Student Author(s)

Madisyn Kovacs, Hope College

Faculty Mentor(s)

Dr. Kelly Ronald, Biology; Dr. Laura Hurley, Indiana University

Document Type


Event Date



Animals communicate with multimodal signals (e.g., a mix of auditory, visual, or olfactory information) spanning several modalities; these signals may provide receivers with more complete information to allow for more accurate behavioral decisions. Past research suggests that serotonin plays a role in encoding multimodal social information (e.g., social partner presence) during communication events. Nevertheless, to our knowledge, no experiments have explicitly tested this hypothesis. 5-HTP, a precursor for serotonin, has been shown to increase serotonin in a region of the auditory midbrain, and is affected by social context. In our experiment, we asked the question: Does an increase in 5-HTP affect the behavior and neural activity of mice (Mus musculus) when exposed to multimodal stimuli? Mice are known to use multimodal signals (vocalizations and olfactory signals) during communication and are therefore appropriate models for this experiment.To answer this question, we presented olfactory (female urine) and auditory (e.g. female ultrasonic vocalizations, USVs) stimuli to male mice. Prior to the behavioral experiment, mice were either given 5-HTP or saline. We then quantified the behaviors that occurred when male house mice were presented with either female USVs or both female urine and USVs together. We investigated sexual activity (e.g., grooming), anxious activity (e.g., digging), general activities (e.g., rearing and jumping), and investigative behavior. After exposure, neural activation was quantified via immunohistochemistry of the auditory midbrain. We predict that mice given 5-HTP and exposed to multimodal stimuli will have a higher degree of neural activation. The findings of this study will allow us to better understand the relationship between multimodal signal processing, serotonergic activity, and behavior.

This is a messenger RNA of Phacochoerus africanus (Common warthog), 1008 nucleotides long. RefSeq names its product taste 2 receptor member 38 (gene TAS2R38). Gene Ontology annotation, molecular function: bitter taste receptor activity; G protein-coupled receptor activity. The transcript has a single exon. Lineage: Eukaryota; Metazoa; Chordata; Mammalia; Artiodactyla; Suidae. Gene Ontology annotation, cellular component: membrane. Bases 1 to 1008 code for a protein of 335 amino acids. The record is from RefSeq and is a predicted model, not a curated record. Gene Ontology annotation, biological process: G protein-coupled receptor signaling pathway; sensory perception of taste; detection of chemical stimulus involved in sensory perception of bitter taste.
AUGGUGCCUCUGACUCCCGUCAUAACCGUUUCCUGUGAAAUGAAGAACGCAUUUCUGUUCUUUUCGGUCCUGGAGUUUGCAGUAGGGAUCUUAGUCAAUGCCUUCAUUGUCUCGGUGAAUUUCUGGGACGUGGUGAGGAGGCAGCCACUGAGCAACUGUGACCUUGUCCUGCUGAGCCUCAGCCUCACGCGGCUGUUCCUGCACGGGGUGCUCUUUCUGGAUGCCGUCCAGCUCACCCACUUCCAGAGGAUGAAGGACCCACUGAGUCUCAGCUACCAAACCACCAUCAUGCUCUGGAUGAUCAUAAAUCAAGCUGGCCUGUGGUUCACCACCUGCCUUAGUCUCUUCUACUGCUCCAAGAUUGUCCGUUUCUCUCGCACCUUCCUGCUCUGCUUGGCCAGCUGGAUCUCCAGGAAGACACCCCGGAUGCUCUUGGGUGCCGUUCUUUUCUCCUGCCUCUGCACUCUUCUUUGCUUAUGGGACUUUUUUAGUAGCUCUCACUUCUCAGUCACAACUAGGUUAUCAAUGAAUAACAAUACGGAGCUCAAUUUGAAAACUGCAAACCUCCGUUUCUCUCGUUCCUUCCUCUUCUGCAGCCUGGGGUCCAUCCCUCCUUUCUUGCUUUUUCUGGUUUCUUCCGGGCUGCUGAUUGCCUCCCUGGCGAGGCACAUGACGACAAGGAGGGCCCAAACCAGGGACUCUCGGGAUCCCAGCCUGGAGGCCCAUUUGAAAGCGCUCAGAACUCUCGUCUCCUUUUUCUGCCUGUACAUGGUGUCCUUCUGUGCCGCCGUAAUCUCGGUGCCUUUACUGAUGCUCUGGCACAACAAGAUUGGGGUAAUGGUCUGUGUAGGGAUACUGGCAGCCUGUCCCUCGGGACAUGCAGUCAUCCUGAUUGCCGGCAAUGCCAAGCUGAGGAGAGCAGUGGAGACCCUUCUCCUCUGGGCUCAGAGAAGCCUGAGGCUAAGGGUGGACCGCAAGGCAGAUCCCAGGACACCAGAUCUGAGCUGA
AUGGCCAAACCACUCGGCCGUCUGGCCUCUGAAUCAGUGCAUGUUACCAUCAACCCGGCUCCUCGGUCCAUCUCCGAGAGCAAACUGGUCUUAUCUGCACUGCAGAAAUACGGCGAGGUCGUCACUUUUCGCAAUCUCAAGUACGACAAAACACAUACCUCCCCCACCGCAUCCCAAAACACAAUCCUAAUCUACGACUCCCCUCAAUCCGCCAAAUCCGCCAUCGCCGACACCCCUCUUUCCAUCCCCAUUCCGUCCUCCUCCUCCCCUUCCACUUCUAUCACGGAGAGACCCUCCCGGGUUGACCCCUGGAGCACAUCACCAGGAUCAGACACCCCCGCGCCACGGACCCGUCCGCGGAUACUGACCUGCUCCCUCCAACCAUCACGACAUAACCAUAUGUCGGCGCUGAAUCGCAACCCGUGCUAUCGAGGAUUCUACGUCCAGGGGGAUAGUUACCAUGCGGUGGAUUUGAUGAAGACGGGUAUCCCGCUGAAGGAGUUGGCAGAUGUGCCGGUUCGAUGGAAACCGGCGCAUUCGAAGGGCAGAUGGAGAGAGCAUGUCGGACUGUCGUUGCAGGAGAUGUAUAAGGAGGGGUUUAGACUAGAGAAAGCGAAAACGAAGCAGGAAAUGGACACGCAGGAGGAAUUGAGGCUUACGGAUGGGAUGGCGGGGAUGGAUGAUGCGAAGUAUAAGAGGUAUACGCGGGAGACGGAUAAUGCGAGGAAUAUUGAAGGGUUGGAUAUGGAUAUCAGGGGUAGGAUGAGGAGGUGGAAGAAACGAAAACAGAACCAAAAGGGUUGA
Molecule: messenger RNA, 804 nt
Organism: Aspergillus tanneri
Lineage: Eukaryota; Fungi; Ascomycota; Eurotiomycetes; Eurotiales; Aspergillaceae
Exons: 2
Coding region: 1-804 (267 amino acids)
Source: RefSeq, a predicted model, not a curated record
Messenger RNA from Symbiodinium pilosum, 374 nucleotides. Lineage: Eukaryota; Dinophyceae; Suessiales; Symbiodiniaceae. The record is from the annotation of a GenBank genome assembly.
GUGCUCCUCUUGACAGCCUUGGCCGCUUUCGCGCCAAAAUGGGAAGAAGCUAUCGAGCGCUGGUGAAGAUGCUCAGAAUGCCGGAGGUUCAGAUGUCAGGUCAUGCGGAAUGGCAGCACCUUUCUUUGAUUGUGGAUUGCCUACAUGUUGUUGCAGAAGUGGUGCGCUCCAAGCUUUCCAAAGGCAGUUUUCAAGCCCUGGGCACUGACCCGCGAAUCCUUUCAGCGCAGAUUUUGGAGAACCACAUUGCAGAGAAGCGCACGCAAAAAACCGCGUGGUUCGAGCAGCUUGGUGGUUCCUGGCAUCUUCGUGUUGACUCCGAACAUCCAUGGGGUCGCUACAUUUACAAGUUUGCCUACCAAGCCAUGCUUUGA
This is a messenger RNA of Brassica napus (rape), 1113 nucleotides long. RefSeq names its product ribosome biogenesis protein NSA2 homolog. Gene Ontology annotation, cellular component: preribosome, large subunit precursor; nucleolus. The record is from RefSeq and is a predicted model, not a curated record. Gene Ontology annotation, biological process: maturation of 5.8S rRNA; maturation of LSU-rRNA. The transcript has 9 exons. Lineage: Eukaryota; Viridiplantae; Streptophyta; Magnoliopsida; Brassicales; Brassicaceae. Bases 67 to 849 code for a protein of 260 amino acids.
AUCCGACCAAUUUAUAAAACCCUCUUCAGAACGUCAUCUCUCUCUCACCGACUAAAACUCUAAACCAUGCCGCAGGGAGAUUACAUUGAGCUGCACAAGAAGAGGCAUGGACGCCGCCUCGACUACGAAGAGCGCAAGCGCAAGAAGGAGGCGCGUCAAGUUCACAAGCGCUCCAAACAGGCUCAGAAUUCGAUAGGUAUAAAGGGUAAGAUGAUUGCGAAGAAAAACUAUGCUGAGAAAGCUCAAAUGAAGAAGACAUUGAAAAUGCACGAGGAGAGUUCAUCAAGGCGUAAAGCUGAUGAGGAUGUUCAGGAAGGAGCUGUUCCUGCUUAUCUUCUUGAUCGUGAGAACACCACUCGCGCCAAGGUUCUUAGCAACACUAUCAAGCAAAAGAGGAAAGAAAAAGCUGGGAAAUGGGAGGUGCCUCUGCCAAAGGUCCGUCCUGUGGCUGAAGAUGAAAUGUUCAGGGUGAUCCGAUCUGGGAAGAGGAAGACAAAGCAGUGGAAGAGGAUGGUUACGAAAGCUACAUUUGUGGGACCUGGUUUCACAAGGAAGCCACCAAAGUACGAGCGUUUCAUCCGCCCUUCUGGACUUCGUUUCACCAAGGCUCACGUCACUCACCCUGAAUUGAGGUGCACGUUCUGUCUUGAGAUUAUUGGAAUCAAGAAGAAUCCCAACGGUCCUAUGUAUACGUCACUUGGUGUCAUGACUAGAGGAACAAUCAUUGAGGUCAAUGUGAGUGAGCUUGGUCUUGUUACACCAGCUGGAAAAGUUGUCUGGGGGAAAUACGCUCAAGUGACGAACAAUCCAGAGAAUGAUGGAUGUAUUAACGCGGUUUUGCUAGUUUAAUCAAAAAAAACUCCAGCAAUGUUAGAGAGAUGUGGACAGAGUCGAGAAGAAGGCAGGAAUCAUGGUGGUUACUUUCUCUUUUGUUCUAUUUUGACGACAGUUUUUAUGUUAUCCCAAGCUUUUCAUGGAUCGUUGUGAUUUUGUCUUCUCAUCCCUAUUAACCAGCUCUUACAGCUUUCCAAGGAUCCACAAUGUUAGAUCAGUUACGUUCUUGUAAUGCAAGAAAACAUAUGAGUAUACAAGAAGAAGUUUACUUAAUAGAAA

Research reported in this publication was supported in part by funding provided by the National Aeronautics and Space Administration (NASA), under award number 80NSSC20M0124, Michigan Space Grant Consortium, the Anderson Research Award, and the Hope College Department of Biology. Data collection was supported by the NIH Training Grant.

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